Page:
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In this paper, a computationally effective strategy to obtain multioverlapping controllers via the Inclusion Principle is applied to design discrete-time state-feedback multioverlapping LQR controllers for seismic protection of tall buildings. To compute the corresponding control actions, the proposed semidecentralized controllers only require state information from neighboring stories. This particular configuration of information exchange allows introducing a dramatic reduction in the transmission range required for a wireless implementation of the communication system. To investigate the behavior of the proposed semidecentralized multioverlapping controllers, a proper simulation model has been designed. This model includes semiactive actuation devices with limited force capacity, control sampling times consistent with the communication latency, time-delayed state information, and communication failures. The performance of the proposed multioverlapping controllers has been assessed through numerical simulations of the seismic response of a 20-story building with positive results.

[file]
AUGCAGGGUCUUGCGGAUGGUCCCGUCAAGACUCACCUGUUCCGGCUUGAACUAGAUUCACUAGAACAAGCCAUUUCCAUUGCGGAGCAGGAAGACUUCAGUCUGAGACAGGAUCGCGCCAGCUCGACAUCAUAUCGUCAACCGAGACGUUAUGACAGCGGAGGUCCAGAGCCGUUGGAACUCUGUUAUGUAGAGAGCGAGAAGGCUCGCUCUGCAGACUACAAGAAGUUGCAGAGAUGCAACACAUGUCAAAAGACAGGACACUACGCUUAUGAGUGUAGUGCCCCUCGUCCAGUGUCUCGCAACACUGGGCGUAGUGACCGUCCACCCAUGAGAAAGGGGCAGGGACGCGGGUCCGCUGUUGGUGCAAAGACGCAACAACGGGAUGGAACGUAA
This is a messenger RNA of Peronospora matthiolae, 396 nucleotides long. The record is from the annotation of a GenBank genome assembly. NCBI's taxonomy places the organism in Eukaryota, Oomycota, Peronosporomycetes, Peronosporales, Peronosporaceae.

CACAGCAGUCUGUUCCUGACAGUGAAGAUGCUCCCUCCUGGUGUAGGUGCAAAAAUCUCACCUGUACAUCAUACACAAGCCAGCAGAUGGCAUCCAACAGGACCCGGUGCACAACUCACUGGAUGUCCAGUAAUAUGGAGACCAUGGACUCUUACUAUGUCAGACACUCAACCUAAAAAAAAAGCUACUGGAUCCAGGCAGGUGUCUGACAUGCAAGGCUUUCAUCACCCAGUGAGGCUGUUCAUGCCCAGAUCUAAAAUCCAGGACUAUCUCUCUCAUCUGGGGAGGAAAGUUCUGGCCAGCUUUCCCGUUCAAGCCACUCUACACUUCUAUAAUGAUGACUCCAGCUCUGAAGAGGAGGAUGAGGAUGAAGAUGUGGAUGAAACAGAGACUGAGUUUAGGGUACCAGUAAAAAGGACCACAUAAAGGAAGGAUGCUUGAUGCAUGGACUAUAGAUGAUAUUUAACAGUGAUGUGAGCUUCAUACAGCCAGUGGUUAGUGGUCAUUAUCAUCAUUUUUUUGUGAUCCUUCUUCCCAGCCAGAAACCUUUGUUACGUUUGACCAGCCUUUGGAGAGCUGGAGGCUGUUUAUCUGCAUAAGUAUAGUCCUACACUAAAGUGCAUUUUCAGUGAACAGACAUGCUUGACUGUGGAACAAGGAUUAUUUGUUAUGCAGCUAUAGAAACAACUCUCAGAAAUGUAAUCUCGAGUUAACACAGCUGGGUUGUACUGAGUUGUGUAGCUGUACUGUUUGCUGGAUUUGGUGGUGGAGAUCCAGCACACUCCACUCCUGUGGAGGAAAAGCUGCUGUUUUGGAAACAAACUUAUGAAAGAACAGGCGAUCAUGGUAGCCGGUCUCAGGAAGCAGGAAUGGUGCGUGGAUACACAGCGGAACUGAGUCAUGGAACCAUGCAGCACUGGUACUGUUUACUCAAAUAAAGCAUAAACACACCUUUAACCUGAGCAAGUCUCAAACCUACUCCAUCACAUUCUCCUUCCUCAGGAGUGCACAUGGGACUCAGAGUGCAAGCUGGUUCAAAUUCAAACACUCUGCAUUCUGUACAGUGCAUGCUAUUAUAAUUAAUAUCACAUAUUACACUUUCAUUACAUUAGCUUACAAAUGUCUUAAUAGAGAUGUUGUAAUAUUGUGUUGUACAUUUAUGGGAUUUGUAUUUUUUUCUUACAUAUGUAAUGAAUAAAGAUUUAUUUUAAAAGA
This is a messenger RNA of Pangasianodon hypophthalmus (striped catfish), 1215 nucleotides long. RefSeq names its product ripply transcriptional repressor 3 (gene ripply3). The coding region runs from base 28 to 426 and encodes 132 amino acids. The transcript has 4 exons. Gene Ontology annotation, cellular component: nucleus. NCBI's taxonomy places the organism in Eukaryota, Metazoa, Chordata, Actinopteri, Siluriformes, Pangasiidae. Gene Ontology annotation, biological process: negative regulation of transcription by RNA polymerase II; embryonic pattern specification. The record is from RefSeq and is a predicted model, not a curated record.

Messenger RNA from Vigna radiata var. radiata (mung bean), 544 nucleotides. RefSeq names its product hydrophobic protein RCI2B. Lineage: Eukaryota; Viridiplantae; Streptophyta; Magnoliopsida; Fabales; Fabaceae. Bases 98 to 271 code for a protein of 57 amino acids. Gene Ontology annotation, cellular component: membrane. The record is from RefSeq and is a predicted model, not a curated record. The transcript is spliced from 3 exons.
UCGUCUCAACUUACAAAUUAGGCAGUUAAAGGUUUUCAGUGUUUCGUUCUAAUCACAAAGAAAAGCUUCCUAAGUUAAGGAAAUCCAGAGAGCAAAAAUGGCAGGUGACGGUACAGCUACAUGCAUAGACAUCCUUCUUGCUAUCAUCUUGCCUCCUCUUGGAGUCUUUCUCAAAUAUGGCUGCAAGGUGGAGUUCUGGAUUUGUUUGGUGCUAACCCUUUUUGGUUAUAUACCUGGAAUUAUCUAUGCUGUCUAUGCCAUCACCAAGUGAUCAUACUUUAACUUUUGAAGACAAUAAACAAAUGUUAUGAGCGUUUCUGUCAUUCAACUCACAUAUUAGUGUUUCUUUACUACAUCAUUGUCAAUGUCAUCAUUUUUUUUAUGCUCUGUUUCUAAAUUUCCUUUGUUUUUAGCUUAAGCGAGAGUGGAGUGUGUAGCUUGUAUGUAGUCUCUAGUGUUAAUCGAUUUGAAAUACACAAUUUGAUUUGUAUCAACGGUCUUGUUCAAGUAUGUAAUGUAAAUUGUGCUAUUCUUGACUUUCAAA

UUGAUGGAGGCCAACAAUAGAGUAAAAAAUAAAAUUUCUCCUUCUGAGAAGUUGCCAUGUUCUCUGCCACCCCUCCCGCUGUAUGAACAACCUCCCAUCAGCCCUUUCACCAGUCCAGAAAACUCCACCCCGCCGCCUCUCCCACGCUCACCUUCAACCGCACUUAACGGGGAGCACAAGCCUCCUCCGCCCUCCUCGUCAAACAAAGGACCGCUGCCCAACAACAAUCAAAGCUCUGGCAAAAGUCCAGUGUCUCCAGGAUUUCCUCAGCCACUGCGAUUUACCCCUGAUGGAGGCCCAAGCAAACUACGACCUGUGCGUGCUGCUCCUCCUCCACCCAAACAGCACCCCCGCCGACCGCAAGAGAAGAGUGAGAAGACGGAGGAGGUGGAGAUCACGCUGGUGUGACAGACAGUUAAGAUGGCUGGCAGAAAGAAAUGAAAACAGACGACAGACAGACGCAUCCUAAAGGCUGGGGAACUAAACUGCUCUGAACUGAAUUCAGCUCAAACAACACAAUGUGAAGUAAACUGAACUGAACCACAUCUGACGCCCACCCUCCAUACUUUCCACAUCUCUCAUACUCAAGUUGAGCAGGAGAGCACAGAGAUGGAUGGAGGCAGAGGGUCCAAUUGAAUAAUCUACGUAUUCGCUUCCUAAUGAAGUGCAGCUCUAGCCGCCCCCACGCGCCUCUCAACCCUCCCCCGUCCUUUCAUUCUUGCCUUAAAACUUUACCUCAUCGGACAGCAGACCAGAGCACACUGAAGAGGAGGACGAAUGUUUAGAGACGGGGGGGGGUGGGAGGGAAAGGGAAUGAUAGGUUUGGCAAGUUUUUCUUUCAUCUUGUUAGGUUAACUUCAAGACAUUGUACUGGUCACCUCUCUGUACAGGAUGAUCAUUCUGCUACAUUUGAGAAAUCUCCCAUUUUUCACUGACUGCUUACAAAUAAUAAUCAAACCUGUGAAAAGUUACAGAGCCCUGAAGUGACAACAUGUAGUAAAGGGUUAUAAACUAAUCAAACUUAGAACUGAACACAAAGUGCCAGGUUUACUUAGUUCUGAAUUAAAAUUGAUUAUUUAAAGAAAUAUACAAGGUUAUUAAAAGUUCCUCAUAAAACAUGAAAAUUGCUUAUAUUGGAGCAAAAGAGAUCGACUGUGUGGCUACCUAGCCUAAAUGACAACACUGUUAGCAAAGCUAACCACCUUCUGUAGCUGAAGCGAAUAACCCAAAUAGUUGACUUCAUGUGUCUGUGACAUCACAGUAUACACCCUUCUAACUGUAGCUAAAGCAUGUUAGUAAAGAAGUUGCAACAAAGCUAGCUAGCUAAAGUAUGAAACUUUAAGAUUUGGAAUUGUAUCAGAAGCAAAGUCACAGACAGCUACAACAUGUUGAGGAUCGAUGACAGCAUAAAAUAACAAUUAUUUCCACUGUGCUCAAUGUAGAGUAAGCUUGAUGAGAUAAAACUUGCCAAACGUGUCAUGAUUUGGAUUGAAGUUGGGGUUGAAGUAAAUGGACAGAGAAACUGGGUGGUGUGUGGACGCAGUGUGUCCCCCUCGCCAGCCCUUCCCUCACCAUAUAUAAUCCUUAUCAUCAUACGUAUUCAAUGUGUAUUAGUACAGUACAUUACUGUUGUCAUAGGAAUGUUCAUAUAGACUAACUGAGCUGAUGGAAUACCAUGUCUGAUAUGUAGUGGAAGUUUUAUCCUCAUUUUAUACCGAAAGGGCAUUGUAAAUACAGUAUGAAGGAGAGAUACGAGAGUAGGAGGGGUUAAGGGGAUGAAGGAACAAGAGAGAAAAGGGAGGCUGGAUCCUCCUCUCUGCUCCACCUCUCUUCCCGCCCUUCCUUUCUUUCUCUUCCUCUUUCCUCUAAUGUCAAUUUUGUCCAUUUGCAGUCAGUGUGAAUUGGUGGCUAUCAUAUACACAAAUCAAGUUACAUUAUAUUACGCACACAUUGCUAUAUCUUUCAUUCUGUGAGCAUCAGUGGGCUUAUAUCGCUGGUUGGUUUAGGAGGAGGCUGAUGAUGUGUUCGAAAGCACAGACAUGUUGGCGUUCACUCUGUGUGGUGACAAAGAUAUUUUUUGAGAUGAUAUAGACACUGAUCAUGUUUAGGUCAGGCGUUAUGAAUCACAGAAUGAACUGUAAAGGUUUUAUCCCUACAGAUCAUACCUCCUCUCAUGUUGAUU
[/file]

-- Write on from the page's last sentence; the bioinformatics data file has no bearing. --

Over the last decades, problems of ever increasing complexity have been considered in the field of Structural Vibration Control (SVC). Current SVC systems for seismic protection of tall buildings can involve a large number of sensors and actuation devices and a wide and sophisticated communication network [

In this context, the design of semidecentralized controllers using multioverlapping decompositions based on the

The main contribution of the present paper is to present a large-scale application of the IP to the design of semidecentralized controllers for SVC, paying special attention to some aspects of practical relevance. More specifically, the computational strategy proposed in [

The organization of the paper is as follows: In Section

Let us consider the

Building lumped-mass model.

Actuation scheme.

Now, we take the state vector

To design a discrete-time centralized state-feedback LQR controller for the